From the Field: In-Market Representative Report – May 2021

May 2021 monthly update from our global network of In-Market Representatives about what's going on in markets around the world.

Food Export – Midwest and Food Export – Northeast have developed a network of uniquely experienced 19 overseas In-Market Representatives around the globe.  These local marketing experts with food industry experience provide on-the-ground help in assisting Food Export – Midwest and Food Export – Northeast to implement our various programs and services.   

In addition, through regular trade servicing, these local representatives are aware of issues, trends and opportunities for international buyers to connect with suppliers of U.S. agricultural and food products.  Every month we will share with you some of the top market information from the trade servicing reports we receive to help you improve your international exporting efforts. 


In 2020, sales of healthy food reached over $19 billion in Brazil, according to Euromonitor. More than ever before Brazilian consumers have been concerned with healthy foods, a trend that has increased during the course of the pandemic.  And functional foods have been a stand out category during the past year. The increase in demand for healthy food in restaurants has forced the food service industry to introduce more healthy options to their menus.


In March 2021 customs data shows that China imported 1.02 million tons of meat, the highest since January 2020. This large amount is likely a record and reflects the fact that the market is still suffering from a substantial meat shortage after a new Swine Fever outbreak over the winter that wiped out 20% of the breeding heard in Northern China.

Seafood Update

China’s national dietary advisory body recently suggested the country needs to eat more seafood in order to reduce the risk of chronic diseases such as heart disease and diabetes which are on the rise. Securing a cheap and abundant seafood supply has now become a top priority for China.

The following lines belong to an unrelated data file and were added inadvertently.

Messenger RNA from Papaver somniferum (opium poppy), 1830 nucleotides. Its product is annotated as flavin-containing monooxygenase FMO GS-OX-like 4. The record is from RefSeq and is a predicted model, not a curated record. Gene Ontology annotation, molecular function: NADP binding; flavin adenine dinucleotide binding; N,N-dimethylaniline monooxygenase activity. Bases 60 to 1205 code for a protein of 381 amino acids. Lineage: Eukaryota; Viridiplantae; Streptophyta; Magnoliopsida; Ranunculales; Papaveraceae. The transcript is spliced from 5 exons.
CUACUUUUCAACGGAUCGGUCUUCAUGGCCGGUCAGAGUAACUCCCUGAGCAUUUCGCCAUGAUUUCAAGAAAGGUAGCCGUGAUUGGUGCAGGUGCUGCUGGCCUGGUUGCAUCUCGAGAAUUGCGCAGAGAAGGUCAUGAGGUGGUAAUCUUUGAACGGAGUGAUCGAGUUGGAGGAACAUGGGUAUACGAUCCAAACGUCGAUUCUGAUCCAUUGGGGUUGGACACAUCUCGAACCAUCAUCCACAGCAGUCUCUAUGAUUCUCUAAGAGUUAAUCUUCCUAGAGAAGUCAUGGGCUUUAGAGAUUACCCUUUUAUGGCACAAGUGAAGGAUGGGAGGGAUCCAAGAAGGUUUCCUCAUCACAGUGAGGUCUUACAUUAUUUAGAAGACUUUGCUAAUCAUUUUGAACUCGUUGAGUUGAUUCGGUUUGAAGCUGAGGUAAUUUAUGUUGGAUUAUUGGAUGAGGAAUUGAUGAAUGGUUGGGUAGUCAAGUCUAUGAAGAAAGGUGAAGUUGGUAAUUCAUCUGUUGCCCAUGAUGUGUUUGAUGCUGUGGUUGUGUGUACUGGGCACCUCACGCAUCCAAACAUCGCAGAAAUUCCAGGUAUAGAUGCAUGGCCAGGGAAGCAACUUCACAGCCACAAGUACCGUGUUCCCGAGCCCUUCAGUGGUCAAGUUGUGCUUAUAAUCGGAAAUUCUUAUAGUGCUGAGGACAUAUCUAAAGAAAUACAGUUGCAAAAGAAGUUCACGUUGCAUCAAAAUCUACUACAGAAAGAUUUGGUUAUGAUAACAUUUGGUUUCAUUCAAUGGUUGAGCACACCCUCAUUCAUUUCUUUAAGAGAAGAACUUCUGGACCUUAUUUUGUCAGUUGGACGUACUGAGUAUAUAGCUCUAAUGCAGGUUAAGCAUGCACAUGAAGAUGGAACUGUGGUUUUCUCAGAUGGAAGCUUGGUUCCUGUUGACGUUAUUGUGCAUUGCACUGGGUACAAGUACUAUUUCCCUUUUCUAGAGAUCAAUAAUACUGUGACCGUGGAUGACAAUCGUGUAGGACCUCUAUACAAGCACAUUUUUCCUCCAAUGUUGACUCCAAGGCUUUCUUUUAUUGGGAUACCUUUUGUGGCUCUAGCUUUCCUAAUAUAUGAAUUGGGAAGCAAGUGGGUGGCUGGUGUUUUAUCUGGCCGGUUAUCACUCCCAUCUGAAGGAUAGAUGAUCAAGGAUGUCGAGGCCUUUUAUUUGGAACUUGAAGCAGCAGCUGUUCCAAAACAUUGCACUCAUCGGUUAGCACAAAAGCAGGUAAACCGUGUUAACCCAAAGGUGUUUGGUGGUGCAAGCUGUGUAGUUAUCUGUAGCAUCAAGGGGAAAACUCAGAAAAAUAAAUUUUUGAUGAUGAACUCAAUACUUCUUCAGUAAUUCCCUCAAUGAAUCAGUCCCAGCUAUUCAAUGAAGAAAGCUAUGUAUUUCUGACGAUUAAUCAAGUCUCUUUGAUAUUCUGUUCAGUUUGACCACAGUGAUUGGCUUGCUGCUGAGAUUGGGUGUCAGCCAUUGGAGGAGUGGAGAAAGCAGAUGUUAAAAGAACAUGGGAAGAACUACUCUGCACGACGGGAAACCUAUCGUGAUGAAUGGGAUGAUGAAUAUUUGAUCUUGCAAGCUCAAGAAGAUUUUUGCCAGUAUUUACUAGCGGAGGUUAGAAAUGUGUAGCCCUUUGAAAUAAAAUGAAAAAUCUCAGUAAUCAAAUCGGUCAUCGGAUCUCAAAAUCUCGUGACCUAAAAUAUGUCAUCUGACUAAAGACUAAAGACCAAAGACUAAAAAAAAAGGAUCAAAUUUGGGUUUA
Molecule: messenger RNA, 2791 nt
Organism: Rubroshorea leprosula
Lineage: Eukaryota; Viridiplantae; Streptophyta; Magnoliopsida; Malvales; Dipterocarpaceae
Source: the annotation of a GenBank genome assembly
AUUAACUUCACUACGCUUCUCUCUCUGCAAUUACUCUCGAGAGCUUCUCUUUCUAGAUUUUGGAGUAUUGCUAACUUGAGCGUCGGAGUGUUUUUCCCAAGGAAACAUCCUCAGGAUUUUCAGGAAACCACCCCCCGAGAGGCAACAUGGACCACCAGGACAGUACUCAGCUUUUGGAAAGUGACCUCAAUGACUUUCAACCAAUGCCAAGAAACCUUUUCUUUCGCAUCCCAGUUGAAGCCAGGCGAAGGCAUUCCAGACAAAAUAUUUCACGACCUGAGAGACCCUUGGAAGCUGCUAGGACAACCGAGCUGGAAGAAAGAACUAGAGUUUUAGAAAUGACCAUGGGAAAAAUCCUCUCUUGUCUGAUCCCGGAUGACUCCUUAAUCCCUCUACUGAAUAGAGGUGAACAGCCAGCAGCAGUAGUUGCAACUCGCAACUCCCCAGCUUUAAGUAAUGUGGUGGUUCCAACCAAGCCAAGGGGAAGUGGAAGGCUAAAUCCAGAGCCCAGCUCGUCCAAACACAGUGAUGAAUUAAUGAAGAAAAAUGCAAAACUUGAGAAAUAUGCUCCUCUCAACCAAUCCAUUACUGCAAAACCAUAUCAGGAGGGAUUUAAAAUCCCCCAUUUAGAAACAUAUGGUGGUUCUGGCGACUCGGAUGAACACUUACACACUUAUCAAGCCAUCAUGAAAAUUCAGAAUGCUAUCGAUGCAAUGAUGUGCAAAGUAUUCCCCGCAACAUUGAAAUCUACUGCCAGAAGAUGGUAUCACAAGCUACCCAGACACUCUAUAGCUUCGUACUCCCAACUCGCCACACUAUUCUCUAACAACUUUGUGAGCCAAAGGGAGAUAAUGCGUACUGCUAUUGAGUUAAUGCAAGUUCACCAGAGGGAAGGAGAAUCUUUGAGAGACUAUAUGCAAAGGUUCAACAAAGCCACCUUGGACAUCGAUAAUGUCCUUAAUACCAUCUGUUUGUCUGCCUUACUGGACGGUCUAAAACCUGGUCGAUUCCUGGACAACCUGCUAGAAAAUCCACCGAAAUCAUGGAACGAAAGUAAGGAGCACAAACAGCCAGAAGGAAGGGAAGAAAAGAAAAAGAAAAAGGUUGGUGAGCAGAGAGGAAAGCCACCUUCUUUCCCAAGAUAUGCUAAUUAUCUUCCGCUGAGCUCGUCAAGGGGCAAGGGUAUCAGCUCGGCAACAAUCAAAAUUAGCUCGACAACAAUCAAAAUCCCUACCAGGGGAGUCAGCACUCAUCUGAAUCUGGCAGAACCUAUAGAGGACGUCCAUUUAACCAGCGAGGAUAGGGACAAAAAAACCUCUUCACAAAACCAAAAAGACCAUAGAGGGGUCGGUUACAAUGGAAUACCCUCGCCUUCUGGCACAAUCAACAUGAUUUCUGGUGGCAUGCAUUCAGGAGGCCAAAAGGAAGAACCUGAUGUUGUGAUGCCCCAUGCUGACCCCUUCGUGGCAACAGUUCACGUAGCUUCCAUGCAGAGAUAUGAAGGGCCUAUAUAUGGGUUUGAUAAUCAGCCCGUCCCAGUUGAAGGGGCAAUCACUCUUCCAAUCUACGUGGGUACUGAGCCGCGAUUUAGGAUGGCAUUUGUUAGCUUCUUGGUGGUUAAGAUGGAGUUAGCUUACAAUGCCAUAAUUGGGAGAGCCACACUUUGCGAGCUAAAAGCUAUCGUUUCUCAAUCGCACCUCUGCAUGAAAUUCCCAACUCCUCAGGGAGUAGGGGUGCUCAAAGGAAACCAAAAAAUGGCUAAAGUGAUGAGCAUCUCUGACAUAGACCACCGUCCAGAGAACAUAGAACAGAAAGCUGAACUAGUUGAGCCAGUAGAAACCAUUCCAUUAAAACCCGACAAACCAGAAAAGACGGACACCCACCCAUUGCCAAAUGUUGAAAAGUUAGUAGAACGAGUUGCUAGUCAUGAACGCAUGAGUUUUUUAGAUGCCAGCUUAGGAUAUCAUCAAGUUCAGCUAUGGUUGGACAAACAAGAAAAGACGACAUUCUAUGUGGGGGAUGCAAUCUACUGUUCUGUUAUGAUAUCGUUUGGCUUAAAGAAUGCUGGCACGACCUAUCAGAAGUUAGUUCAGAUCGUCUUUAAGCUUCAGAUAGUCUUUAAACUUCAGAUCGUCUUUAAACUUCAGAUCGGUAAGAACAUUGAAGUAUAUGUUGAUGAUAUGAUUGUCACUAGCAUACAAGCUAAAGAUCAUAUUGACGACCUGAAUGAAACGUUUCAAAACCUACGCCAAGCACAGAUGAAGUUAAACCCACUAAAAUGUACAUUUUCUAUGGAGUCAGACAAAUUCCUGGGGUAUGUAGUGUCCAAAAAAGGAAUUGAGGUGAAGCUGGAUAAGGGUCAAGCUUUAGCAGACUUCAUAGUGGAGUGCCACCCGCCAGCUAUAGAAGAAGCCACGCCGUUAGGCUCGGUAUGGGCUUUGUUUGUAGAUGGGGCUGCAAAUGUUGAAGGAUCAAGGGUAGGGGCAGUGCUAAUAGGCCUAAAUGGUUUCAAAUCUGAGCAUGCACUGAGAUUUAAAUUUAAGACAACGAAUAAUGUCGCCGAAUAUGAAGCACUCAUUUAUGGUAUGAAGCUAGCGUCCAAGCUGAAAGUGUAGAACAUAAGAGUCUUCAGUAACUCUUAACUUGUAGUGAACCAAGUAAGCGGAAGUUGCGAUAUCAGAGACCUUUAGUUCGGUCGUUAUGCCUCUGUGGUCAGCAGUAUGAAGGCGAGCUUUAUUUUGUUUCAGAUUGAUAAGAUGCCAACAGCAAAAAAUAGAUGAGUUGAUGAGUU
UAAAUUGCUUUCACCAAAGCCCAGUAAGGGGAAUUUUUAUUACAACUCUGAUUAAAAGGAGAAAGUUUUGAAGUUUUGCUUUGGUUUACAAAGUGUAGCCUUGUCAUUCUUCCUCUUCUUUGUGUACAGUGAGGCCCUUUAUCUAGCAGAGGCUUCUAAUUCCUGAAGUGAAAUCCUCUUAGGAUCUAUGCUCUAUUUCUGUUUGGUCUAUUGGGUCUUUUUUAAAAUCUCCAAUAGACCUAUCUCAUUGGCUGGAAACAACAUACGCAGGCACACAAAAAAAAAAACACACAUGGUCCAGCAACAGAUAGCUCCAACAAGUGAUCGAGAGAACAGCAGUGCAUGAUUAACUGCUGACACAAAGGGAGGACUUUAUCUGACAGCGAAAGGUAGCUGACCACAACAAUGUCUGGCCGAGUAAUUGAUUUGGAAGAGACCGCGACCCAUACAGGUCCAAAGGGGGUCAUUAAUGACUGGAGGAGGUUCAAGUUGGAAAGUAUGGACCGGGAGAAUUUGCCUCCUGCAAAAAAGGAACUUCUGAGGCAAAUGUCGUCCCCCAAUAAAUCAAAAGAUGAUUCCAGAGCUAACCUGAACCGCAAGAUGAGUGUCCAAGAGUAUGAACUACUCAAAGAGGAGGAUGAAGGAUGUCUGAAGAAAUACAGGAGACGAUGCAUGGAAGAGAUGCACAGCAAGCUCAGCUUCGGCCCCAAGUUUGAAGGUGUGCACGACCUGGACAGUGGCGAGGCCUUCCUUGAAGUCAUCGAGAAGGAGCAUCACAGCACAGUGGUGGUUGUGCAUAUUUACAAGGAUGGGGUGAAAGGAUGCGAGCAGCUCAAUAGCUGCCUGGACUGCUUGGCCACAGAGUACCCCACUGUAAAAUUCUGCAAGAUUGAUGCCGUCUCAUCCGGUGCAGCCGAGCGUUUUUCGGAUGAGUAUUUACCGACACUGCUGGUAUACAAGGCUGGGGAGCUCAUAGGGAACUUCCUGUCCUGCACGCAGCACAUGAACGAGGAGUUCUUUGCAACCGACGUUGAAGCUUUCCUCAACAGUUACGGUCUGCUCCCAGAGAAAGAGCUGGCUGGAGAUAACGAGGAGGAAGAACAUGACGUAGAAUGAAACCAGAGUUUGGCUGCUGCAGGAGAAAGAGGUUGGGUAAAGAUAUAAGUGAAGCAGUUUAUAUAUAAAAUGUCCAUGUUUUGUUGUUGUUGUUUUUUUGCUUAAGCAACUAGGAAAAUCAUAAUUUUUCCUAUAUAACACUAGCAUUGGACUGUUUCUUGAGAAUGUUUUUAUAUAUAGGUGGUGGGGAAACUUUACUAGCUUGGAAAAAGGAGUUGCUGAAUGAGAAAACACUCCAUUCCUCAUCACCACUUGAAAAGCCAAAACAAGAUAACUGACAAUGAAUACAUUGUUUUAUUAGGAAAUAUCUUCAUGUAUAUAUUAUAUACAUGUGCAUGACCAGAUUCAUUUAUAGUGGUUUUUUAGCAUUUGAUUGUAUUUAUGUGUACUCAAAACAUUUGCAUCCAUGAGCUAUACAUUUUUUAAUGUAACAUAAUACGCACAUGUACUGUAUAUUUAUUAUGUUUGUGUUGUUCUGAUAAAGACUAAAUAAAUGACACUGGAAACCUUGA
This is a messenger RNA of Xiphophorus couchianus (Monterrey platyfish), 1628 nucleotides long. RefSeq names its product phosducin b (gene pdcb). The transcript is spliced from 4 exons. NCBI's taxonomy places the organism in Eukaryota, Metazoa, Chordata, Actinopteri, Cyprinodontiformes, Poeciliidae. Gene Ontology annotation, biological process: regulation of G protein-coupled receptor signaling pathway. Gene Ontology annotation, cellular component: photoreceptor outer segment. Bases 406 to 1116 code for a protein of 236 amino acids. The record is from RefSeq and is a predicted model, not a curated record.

For the first time in history, the European Union (EU) has approved insects for human consumption. While an official statement is yet to come, the EU Commission announced yellow mealworms will be accredited for import, production and sale in Europe. American producers active in the alternative animal protein segment could take advantage of this by increasing their efforts within the EU.


COVID-19 Update

While the COVID-19 vaccine is readily available in Hong Kong, only about 11% of the population is vaccinated with at least one dose. In an effort to encourage more people to get vaccinated new regulations were recently announced.

Bars, nightclubs, and karaoke parlors will be reopened to anyone that has been vaccinated with at least one shot. The new regulations will allow these establishments to stay open until 2 a.m. and will allow two people per table and four people per karaoke room.


The Korea Ministry of Agriculture, Food and Rural Affairs (MAFRA) reported on April 22nd that 27.7% of Korean families (6.4 million families) had pets at home.  That is half a million more families than the previous year. Dogs were the leading animal kept as a pet at 81.6%, followed by cats with 28.6%. This data was collected from a national survey conducted in October 2020.


The European Parliament has ratified the post-Brexit-UK trade deal to ensure that tariff and quota free trade continues.  The trade and co-operation agreement (TCA) has operated provisionally since the beginning of 2021.  Since the ratification, fishing agreements (due to expire in 2026) have seen rising tensions, most recently between the French and the British.  It has been claimed that the island of Jersey, a British Crown Dependency situated in the Channel Islands, has restricted licenses for small boat to operate within 12 miles of its shores in a breach of the terms of the Brexit agreement. Authorization to fish is only given to those that can prove they have historical links to the fishing grounds as required under the Brexit deal.

Annick Girardin, the French maritime minister, has warned that Paris might shut down three undersea cables that provide Jersey with 95% of its electricity if the dispute is not resolved.